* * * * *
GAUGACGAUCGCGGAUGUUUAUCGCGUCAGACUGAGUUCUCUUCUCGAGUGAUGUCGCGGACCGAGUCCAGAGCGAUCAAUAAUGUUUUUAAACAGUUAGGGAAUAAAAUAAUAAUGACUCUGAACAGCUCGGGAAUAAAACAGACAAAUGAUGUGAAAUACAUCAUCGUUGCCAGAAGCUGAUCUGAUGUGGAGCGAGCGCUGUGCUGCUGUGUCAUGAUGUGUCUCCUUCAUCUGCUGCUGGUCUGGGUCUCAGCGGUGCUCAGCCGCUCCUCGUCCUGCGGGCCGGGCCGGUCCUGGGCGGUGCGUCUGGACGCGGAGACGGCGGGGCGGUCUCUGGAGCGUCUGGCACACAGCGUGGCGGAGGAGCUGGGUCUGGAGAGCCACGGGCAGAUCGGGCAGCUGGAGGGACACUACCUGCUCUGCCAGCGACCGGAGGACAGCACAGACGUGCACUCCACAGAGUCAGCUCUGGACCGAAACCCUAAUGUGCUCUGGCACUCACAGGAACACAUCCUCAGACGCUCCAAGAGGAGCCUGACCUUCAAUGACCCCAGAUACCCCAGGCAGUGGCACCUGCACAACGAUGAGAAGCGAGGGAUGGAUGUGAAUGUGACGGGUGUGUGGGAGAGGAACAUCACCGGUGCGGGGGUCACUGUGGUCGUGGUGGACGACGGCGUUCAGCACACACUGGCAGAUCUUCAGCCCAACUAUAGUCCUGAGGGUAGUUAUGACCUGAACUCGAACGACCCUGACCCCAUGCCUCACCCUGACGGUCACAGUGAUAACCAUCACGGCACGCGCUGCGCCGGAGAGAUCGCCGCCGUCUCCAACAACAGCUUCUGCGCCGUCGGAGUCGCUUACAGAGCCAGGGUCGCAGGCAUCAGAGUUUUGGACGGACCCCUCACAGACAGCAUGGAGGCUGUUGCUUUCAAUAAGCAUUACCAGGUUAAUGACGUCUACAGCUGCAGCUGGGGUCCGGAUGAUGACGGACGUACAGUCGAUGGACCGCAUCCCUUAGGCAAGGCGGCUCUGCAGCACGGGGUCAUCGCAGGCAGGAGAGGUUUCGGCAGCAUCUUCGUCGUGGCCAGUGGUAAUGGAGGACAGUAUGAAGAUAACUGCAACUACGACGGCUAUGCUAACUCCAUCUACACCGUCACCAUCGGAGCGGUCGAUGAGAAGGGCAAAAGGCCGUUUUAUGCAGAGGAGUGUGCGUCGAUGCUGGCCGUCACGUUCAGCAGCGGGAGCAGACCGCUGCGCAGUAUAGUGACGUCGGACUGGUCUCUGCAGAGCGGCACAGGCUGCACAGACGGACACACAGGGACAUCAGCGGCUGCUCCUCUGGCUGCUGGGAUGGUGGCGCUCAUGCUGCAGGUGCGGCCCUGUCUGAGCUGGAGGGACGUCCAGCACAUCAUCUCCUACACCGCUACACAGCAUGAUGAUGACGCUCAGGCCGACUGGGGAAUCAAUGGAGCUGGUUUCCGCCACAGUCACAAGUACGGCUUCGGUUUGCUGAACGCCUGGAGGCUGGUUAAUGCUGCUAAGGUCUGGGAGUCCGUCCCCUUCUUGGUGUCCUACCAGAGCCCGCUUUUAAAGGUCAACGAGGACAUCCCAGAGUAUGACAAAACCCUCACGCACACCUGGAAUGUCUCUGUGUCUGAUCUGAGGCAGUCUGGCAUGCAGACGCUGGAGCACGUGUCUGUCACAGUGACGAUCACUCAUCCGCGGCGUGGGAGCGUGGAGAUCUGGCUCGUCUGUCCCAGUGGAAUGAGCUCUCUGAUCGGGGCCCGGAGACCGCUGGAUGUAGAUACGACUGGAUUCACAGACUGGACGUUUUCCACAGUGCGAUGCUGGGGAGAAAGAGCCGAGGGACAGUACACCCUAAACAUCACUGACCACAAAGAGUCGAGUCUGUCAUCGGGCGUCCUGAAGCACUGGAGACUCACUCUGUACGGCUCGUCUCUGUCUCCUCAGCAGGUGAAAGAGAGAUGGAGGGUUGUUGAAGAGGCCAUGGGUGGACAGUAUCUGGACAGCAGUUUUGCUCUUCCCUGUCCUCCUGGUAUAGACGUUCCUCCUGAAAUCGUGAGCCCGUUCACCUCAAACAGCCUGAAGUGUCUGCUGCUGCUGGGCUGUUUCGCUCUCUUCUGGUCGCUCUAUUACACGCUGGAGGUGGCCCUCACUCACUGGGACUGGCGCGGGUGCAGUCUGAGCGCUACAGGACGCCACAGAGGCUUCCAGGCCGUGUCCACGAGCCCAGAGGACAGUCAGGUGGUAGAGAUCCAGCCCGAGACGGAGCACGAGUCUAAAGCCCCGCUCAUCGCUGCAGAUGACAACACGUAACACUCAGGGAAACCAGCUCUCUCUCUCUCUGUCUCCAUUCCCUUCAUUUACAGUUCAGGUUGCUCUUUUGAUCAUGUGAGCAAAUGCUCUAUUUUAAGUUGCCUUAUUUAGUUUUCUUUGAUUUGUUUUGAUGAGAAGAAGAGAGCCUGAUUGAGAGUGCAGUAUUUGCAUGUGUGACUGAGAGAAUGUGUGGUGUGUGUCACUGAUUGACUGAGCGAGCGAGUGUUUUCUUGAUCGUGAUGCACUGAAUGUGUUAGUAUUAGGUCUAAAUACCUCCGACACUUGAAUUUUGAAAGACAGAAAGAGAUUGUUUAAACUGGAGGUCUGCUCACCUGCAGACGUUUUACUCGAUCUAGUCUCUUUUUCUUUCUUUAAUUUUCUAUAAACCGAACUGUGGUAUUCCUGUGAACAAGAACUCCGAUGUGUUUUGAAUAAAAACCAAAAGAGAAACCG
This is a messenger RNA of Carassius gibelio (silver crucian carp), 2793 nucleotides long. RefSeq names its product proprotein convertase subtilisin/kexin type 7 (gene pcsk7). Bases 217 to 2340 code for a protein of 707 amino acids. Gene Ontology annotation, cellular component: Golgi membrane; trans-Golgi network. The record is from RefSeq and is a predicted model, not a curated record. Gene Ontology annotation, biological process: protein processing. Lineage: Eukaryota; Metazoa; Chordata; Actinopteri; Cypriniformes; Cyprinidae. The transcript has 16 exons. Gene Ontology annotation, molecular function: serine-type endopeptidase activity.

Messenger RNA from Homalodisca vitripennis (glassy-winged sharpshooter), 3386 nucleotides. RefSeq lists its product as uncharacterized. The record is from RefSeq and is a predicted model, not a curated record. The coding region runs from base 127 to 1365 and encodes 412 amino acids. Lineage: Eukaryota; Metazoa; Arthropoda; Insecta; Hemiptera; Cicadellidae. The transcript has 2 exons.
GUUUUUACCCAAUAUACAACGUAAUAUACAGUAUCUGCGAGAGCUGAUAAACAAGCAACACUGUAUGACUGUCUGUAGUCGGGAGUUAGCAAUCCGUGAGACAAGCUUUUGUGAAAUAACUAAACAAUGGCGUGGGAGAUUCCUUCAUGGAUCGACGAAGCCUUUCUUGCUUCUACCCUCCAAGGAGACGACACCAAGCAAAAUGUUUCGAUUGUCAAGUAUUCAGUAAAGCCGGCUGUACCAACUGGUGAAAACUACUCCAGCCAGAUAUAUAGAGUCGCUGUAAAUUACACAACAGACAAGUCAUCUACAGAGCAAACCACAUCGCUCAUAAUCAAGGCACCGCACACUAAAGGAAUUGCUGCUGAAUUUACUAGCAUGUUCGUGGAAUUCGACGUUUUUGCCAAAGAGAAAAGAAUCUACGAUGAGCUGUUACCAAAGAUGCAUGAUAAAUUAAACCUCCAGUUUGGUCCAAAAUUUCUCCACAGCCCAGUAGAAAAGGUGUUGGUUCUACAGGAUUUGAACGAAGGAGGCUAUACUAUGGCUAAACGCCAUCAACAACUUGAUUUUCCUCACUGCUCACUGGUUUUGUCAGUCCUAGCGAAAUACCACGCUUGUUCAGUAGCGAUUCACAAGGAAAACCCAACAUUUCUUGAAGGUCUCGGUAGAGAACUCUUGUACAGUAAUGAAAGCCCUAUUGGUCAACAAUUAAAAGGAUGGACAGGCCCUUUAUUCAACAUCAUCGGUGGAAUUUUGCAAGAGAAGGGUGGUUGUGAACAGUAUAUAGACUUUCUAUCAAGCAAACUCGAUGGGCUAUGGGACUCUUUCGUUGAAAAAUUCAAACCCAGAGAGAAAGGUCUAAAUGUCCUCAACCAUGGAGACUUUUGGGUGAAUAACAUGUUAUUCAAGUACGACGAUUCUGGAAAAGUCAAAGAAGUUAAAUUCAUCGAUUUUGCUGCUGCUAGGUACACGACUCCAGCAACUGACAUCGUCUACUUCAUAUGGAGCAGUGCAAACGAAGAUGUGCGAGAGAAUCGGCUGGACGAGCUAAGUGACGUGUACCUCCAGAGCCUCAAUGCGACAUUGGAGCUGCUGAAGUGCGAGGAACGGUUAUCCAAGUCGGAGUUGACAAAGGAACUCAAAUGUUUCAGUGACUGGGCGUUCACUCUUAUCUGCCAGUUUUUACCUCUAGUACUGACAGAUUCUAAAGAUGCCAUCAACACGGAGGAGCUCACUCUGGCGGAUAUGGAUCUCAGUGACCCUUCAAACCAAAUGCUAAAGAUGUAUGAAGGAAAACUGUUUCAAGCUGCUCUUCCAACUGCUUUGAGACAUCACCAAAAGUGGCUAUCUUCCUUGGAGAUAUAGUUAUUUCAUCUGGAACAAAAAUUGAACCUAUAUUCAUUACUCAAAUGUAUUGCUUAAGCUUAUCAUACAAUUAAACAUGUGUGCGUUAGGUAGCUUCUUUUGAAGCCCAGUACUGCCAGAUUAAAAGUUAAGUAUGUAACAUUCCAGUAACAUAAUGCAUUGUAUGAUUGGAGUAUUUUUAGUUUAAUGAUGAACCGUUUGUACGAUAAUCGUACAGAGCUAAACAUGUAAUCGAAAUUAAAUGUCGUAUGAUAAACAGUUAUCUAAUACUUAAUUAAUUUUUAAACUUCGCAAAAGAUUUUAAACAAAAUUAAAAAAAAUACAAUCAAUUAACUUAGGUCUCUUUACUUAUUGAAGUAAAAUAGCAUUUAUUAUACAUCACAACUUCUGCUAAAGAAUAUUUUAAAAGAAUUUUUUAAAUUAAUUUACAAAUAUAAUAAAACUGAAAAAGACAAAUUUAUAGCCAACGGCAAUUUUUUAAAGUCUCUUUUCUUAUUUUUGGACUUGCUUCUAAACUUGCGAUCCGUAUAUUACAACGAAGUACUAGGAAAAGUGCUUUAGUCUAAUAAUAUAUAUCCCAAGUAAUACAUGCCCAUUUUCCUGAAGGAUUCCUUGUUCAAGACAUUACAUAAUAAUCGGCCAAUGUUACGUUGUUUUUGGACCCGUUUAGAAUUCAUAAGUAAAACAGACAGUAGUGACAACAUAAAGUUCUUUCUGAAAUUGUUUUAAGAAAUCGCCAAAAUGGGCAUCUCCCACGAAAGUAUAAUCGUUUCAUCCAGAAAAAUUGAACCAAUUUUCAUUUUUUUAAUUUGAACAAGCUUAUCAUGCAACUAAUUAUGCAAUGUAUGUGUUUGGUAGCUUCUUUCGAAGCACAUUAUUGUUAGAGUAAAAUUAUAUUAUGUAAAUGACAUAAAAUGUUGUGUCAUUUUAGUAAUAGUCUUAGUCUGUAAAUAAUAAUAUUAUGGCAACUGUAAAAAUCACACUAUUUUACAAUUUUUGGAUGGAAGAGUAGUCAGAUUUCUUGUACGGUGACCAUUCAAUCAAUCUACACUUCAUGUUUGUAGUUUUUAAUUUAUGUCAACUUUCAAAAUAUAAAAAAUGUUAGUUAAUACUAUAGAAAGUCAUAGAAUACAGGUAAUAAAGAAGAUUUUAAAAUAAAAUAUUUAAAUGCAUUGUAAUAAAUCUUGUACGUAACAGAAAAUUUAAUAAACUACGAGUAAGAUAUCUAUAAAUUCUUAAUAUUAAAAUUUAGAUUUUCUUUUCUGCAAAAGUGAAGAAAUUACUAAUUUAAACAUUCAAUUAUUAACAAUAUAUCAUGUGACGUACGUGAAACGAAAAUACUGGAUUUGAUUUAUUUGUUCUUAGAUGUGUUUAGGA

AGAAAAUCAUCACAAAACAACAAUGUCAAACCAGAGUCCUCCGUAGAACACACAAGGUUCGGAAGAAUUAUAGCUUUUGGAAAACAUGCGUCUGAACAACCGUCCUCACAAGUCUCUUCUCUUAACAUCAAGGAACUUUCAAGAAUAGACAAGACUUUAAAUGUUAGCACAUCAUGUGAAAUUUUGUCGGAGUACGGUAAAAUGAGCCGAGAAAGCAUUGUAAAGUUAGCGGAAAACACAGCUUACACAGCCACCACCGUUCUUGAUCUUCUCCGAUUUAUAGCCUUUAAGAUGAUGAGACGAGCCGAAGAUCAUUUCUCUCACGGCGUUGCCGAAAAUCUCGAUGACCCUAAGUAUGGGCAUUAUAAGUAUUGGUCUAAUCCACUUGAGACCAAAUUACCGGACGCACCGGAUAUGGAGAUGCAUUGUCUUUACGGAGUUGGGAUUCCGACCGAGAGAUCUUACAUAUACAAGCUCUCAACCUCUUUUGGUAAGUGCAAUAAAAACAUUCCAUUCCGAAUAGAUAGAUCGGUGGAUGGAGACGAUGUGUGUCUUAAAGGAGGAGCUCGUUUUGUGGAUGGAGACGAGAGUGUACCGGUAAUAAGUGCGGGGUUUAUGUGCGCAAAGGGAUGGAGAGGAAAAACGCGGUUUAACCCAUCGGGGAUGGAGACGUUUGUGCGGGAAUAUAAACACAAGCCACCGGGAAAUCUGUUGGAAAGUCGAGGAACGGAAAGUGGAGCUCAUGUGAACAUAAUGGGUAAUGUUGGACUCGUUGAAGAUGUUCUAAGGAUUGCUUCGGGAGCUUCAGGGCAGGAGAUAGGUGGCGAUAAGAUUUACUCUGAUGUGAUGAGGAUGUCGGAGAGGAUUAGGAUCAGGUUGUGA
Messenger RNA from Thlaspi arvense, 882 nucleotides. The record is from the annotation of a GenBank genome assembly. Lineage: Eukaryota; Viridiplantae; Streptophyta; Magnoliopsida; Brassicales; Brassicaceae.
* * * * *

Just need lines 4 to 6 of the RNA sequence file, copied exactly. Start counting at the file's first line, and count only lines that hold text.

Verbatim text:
GUUUUUACCCAAUAUACAACGUAAUAUACAGUAUCUGCGAGAGCUGAUAAACAAGCAACACUGUAUGACUGUCUGUAGUCGGGAGUUAGCAAUCCGUGAGACAAGCUUUUGUGAAAUAACUAAACAAUGGCGUGGGAGAUUCCUUCAUGGAUCGACGAAGCCUUUCUUGCUUCUACCCUCCAAGGAGACGACACCAAGCAAAAUGUUUCGAUUGUCAAGUAUUCAGUAAAGCCGGCUGUACCAACUGGUGAAAACUACUCCAGCCAGAUAUAUAGAGUCGCUGUAAAUUACACAACAGACAAGUCAUCUACAGAGCAAACCACAUCGCUCAUAAUCAAGGCACCGCACACUAAAGGAAUUGCUGCUGAAUUUACUAGCAUGUUCGUGGAAUUCGACGUUUUUGCCAAAGAGAAAAGAAUCUACGAUGAGCUGUUACCAAAGAUGCAUGAUAAAUUAAACCUCCAGUUUGGUCCAAAAUUUCUCCACAGCCCAGUAGAAAAGGUGUUGGUUCUACAGGAUUUGAACGAAGGAGGCUAUACUAUGGCUAAACGCCAUCAACAACUUGAUUUUCCUCACUGCUCACUGGUUUUGUCAGUCCUAGCGAAAUACCACGCUUGUUCAGUAGCGAUUCACAAGGAAAACCCAACAUUUCUUGAAGGUCUCGGUAGAGAACUCUUGUACAGUAAUGAAAGCCCUAUUGGUCAACAAUUAAAAGGAUGGACAGGCCCUUUAUUCAACAUCAUCGGUGGAAUUUUGCAAGAGAAGGGUGGUUGUGAACAGUAUAUAGACUUUCUAUCAAGCAAACUCGAUGGGCUAUGGGACUCUUUCGUUGAAAAAUUCAAACCCAGAGAGAAAGGUCUAAAUGUCCUCAACCAUGGAGACUUUUGGGUGAAUAACAUGUUAUUCAAGUACGACGAUUCUGGAAAAGUCAAAGAAGUUAAAUUCAUCGAUUUUGCUGCUGCUAGGUACACGACUCCAGCAACUGACAUCGUCUACUUCAUAUGGAGCAGUGCAAACGAAGAUGUGCGAGAGAAUCGGCUGGACGAGCUAAGUGACGUGUACCUCCAGAGCCUCAAUGCGACAUUGGAGCUGCUGAAGUGCGAGGAACGGUUAUCCAAGUCGGAGUUGACAAAGGAACUCAAAUGUUUCAGUGACUGGGCGUUCACUCUUAUCUGCCAGUUUUUACCUCUAGUACUGACAGAUUCUAAAGAUGCCAUCAACACGGAGGAGCUCACUCUGGCGGAUAUGGAUCUCAGUGACCCUUCAAACCAAAUGCUAAAGAUGUAUGAAGGAAAACUGUUUCAAGCUGCUCUUCCAACUGCUUUGAGACAUCACCAAAAGUGGCUAUCUUCCUUGGAGAUAUAGUUAUUUCAUCUGGAACAAAAAUUGAACCUAUAUUCAUUACUCAAAUGUAUUGCUUAAGCUUAUCAUACAAUUAAACAUGUGUGCGUUAGGUAGCUUCUUUUGAAGCCCAGUACUGCCAGAUUAAAAGUUAAGUAUGUAACAUUCCAGUAACAUAAUGCAUUGUAUGAUUGGAGUAUUUUUAGUUUAAUGAUGAACCGUUUGUACGAUAAUCGUACAGAGCUAAACAUGUAAUCGAAAUUAAAUGUCGUAUGAUAAACAGUUAUCUAAUACUUAAUUAAUUUUUAAACUUCGCAAAAGAUUUUAAACAAAAUUAAAAAAAAUACAAUCAAUUAACUUAGGUCUCUUUACUUAUUGAAGUAAAAUAGCAUUUAUUAUACAUCACAACUUCUGCUAAAGAAUAUUUUAAAAGAAUUUUUUAAAUUAAUUUACAAAUAUAAUAAAACUGAAAAAGACAAAUUUAUAGCCAACGGCAAUUUUUUAAAGUCUCUUUUCUUAUUUUUGGACUUGCUUCUAAACUUGCGAUCCGUAUAUUACAACGAAGUACUAGGAAAAGUGCUUUAGUCUAAUAAUAUAUAUCCCAAGUAAUACAUGCCCAUUUUCCUGAAGGAUUCCUUGUUCAAGACAUUACAUAAUAAUCGGCCAAUGUUACGUUGUUUUUGGACCCGUUUAGAAUUCAUAAGUAAAACAGACAGUAGUGACAACAUAAAGUUCUUUCUGAAAUUGUUUUAAGAAAUCGCCAAAAUGGGCAUCUCCCACGAAAGUAUAAUCGUUUCAUCCAGAAAAAUUGAACCAAUUUUCAUUUUUUUAAUUUGAACAAGCUUAUCAUGCAACUAAUUAUGCAAUGUAUGUGUUUGGUAGCUUCUUUCGAAGCACAUUAUUGUUAGAGUAAAAUUAUAUUAUGUAAAUGACAUAAAAUGUUGUGUCAUUUUAGUAAUAGUCUUAGUCUGUAAAUAAUAAUAUUAUGGCAACUGUAAAAAUCACACUAUUUUACAAUUUUUGGAUGGAAGAGUAGUCAGAUUUCUUGUACGGUGACCAUUCAAUCAAUCUACACUUCAUGUUUGUAGUUUUUAAUUUAUGUCAACUUUCAAAAUAUAAAAAAUGUUAGUUAAUACUAUAGAAAGUCAUAGAAUACAGGUAAUAAAGAAGAUUUUAAAAUAAAAUAUUUAAAUGCAUUGUAAUAAAUCUUGUACGUAACAGAAAAUUUAAUAAACUACGAGUAAGAUAUCUAUAAAUUCUUAAUAUUAAAAUUUAGAUUUUCUUUUCUGCAAAAGUGAAGAAAUUACUAAUUUAAACAUUCAAUUAUUAACAAUAUAUCAUGUGACGUACGUGAAACGAAAAUACUGGAUUUGAUUUAUUUGUUCUUAGAUGUGUUUAGGA

AGAAAAUCAUCACAAAACAACAAUGUCAAACCAGAGUCCUCCGUAGAACACACAAGGUUCGGAAGAAUUAUAGCUUUUGGAAAACAUGCGUCUGAACAACCGUCCUCACAAGUCUCUUCUCUUAACAUCAAGGAACUUUCAAGAAUAGACAAGACUUUAAAUGUUAGCACAUCAUGUGAAAUUUUGUCGGAGUACGGUAAAAUGAGCCGAGAAAGCAUUGUAAAGUUAGCGGAAAACACAGCUUACACAGCCACCACCGUUCUUGAUCUUCUCCGAUUUAUAGCCUUUAAGAUGAUGAGACGAGCCGAAGAUCAUUUCUCUCACGGCGUUGCCGAAAAUCUCGAUGACCCUAAGUAUGGGCAUUAUAAGUAUUGGUCUAAUCCACUUGAGACCAAAUUACCGGACGCACCGGAUAUGGAGAUGCAUUGUCUUUACGGAGUUGGGAUUCCGACCGAGAGAUCUUACAUAUACAAGCUCUCAACCUCUUUUGGUAAGUGCAAUAAAAACAUUCCAUUCCGAAUAGAUAGAUCGGUGGAUGGAGACGAUGUGUGUCUUAAAGGAGGAGCUCGUUUUGUGGAUGGAGACGAGAGUGUACCGGUAAUAAGUGCGGGGUUUAUGUGCGCAAAGGGAUGGAGAGGAAAAACGCGGUUUAACCCAUCGGGGAUGGAGACGUUUGUGCGGGAAUAUAAACACAAGCCACCGGGAAAUCUGUUGGAAAGUCGAGGAACGGAAAGUGGAGCUCAUGUGAACAUAAUGGGUAAUGUUGGACUCGUUGAAGAUGUUCUAAGGAUUGCUUCGGGAGCUUCAGGGCAGGAGAUAGGUGGCGAUAAGAUUUACUCUGAUGUGAUGAGGAUGUCGGAGAGGAUUAGGAUCAGGUUGUGA
Messenger RNA from Thlaspi arvense, 882 nucleotides. The record is from the annotation of a GenBank genome assembly. Lineage: Eukaryota; Viridiplantae; Streptophyta; Magnoliopsida; Brassicales; Brassicaceae.